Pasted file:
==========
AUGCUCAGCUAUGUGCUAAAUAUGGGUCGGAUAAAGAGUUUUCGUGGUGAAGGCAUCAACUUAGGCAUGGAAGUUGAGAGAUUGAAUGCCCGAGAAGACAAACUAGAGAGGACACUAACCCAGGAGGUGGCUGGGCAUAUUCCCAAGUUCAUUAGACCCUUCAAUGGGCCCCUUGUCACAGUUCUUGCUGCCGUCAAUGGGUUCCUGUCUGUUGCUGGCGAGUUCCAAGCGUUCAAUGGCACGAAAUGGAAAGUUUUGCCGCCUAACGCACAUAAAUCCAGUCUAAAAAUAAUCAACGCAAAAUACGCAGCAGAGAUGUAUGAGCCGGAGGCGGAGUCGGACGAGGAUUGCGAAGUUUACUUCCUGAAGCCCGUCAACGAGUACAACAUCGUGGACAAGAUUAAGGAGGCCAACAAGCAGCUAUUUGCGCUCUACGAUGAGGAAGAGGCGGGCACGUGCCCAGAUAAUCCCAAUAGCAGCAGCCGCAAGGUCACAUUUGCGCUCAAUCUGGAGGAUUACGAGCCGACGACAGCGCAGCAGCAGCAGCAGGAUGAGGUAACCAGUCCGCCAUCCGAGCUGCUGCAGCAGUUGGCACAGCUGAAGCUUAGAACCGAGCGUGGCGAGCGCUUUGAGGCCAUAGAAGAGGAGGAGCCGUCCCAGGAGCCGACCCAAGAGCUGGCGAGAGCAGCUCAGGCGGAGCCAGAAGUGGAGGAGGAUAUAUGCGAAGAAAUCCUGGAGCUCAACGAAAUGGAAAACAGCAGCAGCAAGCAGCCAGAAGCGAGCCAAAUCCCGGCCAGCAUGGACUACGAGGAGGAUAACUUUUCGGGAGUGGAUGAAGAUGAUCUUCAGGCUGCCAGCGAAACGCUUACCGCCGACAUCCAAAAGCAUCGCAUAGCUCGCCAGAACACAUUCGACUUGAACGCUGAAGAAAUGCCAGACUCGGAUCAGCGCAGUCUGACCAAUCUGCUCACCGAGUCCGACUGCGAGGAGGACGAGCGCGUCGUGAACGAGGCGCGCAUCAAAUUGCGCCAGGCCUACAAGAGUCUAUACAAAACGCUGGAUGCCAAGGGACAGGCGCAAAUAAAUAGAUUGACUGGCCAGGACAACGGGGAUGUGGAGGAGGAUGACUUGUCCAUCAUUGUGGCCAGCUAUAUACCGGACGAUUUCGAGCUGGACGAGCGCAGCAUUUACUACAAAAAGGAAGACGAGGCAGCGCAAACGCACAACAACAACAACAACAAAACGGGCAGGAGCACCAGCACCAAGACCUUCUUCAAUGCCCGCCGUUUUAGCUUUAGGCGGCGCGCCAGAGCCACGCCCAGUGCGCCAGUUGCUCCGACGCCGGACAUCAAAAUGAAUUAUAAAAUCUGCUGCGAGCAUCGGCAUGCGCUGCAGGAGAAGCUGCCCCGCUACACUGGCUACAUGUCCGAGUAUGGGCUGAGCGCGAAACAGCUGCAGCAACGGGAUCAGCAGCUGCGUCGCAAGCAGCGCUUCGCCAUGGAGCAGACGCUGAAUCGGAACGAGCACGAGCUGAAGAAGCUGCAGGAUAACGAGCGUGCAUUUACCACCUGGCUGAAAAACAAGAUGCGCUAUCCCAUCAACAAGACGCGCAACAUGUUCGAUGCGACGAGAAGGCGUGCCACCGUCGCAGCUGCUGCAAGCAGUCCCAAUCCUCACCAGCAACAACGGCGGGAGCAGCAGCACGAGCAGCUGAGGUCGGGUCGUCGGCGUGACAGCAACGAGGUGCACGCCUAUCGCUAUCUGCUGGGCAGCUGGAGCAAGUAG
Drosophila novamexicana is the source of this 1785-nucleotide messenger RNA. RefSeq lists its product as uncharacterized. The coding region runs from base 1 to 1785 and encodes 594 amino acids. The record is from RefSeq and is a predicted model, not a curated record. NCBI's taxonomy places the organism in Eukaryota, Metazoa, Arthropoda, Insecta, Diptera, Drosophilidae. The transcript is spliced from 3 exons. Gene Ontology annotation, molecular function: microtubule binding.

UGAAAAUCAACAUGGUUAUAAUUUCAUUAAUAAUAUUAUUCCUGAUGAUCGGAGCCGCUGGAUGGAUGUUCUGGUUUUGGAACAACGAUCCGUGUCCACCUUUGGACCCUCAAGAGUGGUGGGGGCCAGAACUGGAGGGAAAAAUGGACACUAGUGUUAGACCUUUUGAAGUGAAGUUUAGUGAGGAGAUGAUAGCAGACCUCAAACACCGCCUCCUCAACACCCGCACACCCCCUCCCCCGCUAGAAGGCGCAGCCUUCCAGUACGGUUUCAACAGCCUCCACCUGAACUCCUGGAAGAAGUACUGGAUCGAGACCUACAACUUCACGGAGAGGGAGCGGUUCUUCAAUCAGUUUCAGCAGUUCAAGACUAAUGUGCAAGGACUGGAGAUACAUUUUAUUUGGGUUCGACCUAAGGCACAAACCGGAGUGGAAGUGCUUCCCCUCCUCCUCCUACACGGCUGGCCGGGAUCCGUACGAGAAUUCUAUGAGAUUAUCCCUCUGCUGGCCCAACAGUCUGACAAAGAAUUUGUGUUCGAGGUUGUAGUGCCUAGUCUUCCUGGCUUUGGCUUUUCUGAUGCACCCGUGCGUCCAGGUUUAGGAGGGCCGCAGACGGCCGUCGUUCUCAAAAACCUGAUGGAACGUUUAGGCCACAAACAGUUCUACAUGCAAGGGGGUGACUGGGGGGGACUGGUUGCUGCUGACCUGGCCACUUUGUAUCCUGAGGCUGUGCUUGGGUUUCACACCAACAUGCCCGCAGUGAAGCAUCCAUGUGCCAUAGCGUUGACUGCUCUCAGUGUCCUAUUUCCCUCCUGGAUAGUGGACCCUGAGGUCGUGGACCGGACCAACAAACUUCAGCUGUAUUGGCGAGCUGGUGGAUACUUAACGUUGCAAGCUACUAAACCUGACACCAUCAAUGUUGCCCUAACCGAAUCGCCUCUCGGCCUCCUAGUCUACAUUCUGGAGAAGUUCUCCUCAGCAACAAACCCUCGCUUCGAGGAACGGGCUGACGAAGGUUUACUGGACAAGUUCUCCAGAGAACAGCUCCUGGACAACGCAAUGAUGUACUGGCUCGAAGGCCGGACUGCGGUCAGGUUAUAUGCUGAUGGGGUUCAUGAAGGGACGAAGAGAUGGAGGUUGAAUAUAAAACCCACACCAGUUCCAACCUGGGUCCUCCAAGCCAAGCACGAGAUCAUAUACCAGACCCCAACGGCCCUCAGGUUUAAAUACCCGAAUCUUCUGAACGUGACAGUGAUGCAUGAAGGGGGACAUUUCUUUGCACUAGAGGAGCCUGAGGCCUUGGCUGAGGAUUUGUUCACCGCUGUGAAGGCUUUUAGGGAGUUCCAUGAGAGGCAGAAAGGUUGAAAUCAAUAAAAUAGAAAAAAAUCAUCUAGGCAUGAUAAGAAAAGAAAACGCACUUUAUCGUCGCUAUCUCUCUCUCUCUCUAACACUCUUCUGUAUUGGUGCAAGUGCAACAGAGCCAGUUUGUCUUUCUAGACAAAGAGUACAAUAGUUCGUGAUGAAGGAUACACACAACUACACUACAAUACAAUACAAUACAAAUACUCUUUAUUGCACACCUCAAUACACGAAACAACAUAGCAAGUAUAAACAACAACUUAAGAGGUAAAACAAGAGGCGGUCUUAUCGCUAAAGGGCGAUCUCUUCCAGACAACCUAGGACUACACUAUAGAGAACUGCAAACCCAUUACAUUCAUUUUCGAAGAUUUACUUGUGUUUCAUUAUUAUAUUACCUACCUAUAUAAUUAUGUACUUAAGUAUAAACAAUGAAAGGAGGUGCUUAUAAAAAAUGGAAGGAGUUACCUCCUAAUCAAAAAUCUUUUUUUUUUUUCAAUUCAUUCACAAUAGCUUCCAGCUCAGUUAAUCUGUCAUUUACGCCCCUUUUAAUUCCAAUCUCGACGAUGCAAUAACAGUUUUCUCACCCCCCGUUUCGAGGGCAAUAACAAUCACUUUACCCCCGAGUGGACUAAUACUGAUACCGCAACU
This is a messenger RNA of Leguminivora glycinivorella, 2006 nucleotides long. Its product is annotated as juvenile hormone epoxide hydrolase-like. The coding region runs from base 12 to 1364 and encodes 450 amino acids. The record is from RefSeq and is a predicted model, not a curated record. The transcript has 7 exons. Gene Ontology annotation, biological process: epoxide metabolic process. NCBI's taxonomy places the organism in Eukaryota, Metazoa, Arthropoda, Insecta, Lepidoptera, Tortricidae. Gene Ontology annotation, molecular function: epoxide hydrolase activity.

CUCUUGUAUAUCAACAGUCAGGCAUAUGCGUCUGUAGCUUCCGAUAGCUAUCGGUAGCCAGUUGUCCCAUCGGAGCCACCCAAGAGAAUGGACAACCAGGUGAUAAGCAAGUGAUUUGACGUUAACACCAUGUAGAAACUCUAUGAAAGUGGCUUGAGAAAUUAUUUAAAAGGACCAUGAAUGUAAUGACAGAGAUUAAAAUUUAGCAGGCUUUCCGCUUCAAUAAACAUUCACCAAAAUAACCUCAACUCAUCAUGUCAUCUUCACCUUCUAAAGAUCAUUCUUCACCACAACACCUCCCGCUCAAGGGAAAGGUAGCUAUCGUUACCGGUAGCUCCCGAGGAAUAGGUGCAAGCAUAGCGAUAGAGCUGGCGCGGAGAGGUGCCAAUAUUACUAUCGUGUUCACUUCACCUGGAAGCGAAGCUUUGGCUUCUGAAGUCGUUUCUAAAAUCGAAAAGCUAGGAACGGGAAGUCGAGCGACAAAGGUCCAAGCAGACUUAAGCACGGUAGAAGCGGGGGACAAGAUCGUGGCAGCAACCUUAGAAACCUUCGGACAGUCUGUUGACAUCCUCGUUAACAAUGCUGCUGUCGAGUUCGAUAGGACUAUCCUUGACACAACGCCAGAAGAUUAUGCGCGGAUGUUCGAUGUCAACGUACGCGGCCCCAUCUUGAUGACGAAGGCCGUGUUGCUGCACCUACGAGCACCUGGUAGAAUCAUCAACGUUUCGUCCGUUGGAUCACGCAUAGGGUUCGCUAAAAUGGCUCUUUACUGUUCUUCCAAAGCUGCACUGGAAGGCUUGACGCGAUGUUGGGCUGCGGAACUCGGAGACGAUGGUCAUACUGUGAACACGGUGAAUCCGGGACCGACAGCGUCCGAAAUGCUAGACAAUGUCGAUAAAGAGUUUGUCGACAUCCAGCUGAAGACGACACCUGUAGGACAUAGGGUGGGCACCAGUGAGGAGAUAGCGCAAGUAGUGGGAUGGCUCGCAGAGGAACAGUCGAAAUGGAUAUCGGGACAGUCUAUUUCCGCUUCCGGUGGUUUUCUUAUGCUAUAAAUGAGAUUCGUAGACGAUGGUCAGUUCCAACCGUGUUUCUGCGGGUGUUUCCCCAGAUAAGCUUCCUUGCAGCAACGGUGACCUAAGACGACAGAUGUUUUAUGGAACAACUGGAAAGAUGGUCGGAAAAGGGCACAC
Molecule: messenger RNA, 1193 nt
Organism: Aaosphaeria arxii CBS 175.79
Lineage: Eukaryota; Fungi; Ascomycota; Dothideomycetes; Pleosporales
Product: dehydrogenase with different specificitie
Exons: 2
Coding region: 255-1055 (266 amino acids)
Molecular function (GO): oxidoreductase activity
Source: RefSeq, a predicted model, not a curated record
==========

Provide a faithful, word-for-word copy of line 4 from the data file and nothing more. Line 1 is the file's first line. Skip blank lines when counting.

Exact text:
This is a messenger RNA of Leguminivora glycinivorella, 2006 nucleotides long. Its product is annotated as juvenile hormone epoxide hydrolase-like. The coding region runs from base 12 to 1364 and encodes 450 amino acids. The record is from RefSeq and is a predicted model, not a curated record. The transcript has 7 exons. Gene Ontology annotation, biological process: epoxide metabolic process. NCBI's taxonomy places the organism in Eukaryota, Metazoa, Arthropoda, Insecta, Lepidoptera, Tortricidae. Gene Ontology annotation, molecular function: epoxide hydrolase activity.